MARTY FRIEDMAN Hasn't Listened To MEGADETH's 'Risk' Album Since It Was Recorded

July 8, 2024

Former MEGADETH guitarist Marty Friedman has once again said that he and his then-bandmates did "the best" they could while making the "Risk" album, saying that the controversial record was "exactly where we were as a band at that time."

Issued in 1999, "Risk" received a mixed response from critics and alienated hardcore MEGADETH fans due to its departure from the band's heavy thrash metal roots to a more commercial, pop rock sound. The album debuted at No. 16 on the Billboard chart and was later certified gold for selling half a million copies in the United States.

In a new interview with journalists Gustavo Maiato and Mateus Ribeiro, Friedman was asked how he looks back on "Risk" 25 years after its release. He responded (as transcribed by BLABBERMOUTH.NET): "I haven't heard it since back then. I don't think it was much of a risk, actually. And I just remember we did the best we could. And it's exactly where we were as a band at that time. And that's all any album is, really. An album is like a yearbook in school or in high school or college or whatever. An album is a yearbook of that period of time. So you can't really go back and say, 'Oh, this sucks' or 'We didn't mean to do that' or 'It was not a good idea,' or whatever, you can't go back and say that, because it is what it is and it was what it was. At the time, we believed in it and we did the best we could and that's all I can say about any album, really. It's the same answer for any album."

Friedman previously discussed "Risk" I na December 2018 interview with SiriusXM's "Trunk Nation With Eddie Trunk". At the time, he said: "Well, I think anything that needed to be said from me about that was probably said at the time. I haven't even thought about that since then, so I couldn't give you an intelligent answer. I'm barely thinking about what I did yesterday, much less back then."

He continued: "I'm sure whatever it was at the time that it happened, everybody involved with it was doing the best that they possibly could — I'm sure of that — because that is something that's happened on every record before that and every record since that and every record I'm doing now.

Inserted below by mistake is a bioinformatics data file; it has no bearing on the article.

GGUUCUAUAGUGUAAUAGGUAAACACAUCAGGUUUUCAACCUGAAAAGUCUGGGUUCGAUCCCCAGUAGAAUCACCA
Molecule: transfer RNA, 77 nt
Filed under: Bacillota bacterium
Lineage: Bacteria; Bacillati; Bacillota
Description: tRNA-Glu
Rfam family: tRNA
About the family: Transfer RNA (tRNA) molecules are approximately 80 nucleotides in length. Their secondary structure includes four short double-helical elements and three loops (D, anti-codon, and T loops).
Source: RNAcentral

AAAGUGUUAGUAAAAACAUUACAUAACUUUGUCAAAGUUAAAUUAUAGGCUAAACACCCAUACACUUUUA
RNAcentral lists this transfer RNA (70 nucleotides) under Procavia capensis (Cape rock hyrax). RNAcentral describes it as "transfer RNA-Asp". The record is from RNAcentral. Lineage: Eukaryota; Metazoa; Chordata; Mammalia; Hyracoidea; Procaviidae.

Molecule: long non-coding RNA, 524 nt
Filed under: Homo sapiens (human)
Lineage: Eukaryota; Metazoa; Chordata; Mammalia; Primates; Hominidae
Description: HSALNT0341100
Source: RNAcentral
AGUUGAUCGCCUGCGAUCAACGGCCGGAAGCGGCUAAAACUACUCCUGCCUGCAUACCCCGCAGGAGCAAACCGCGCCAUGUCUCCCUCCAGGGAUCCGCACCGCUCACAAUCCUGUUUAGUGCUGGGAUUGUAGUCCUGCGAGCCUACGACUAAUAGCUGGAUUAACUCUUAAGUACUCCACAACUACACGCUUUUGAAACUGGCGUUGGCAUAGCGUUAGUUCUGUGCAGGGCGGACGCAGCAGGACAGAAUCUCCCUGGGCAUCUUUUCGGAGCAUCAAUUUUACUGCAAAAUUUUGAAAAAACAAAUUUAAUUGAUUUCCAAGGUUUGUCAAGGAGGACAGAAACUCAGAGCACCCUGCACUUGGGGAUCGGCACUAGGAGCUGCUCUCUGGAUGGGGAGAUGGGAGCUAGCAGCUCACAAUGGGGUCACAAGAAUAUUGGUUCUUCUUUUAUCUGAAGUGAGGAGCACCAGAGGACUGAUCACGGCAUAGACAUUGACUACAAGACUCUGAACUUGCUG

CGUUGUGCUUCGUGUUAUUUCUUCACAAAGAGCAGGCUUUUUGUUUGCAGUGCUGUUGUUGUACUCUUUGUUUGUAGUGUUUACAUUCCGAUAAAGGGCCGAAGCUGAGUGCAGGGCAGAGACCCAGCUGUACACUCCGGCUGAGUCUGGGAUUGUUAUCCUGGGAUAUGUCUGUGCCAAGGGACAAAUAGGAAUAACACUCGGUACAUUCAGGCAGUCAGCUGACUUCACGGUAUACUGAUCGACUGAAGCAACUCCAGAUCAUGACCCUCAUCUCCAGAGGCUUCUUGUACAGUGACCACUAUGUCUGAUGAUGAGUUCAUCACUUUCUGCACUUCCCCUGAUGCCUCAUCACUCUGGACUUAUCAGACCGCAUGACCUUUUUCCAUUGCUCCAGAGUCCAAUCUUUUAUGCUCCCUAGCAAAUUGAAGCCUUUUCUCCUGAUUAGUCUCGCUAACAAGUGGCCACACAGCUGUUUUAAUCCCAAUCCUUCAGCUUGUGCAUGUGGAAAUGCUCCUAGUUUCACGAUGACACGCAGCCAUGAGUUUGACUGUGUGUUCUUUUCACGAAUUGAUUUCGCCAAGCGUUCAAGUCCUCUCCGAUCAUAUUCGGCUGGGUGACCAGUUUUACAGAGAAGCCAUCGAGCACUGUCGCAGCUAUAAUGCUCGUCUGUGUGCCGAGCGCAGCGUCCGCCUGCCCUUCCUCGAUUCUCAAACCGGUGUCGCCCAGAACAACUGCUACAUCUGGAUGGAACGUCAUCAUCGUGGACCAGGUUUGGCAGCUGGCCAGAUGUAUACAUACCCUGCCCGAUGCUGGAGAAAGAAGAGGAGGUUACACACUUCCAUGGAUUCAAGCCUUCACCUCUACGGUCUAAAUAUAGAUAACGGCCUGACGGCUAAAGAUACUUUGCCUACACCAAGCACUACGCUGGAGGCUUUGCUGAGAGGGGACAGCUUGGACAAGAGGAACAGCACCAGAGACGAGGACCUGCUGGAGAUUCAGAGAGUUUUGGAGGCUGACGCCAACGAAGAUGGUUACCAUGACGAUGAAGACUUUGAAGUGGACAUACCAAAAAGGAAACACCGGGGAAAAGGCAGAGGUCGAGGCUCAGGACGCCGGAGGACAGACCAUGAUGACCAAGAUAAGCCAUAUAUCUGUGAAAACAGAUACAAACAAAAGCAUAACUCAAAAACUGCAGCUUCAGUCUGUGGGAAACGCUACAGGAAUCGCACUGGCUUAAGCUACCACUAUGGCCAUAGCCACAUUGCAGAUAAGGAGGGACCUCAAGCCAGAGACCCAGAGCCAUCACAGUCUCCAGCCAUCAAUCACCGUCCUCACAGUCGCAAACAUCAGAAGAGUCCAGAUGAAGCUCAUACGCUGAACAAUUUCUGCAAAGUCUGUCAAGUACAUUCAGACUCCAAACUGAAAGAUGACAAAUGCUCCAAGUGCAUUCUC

"When you're doing it, you're doing the absolute best that you can. And pretty much if you look at any press of any record, when it comes out, what the people are saying right then, right at that time, that's what it is. And then, depending on the results of that, people's stories change, but at the time, you're doing the best that… You really, really, really believe in that — everybody believes in it — and then that's it. So I definitely wouldn't even begin to think of whatever specifics were going on back then — it's just the farthest thing from my mind — but I can assure you that anything was done with the best of intentions and the hardest work. And everybody was just trying to do their best."

Six years ago, MEGADETH mainman Dave Mustaine said that "Risk" was the result of him "capitulating" to Friedman's "desires to be more of an alternative band." He told SiriusXM's "Trunk Nation LA Invasion: Live From The Rainbow Bar & Grill": "We kept slowing down and slowing down and slowing down. If that record would have been called THE DAVE MUSTAINE PROJECT and not MEGADETH, I think it would have been successful. People wanted a MEGADETH record. They didn't wanna see Dave bending over backwards to keep Marty Friedman happy, 'cause Marty wanted us to sound like fucking DISHWALLA."

Four years ago, Friedman admitted that money was a major motivator for him when he was approached almost a decade ago about taking part in a reunion of MEGADETH's "Rust In Peace" lineup.

Friedman had met with guitarist/vocalist Dave Mustaine and then-bassist David Ellefson at the 2015 NAMM show in Anaheim, California to discuss the reunion, which would have seen him and drummer Nick Menza back in the mix.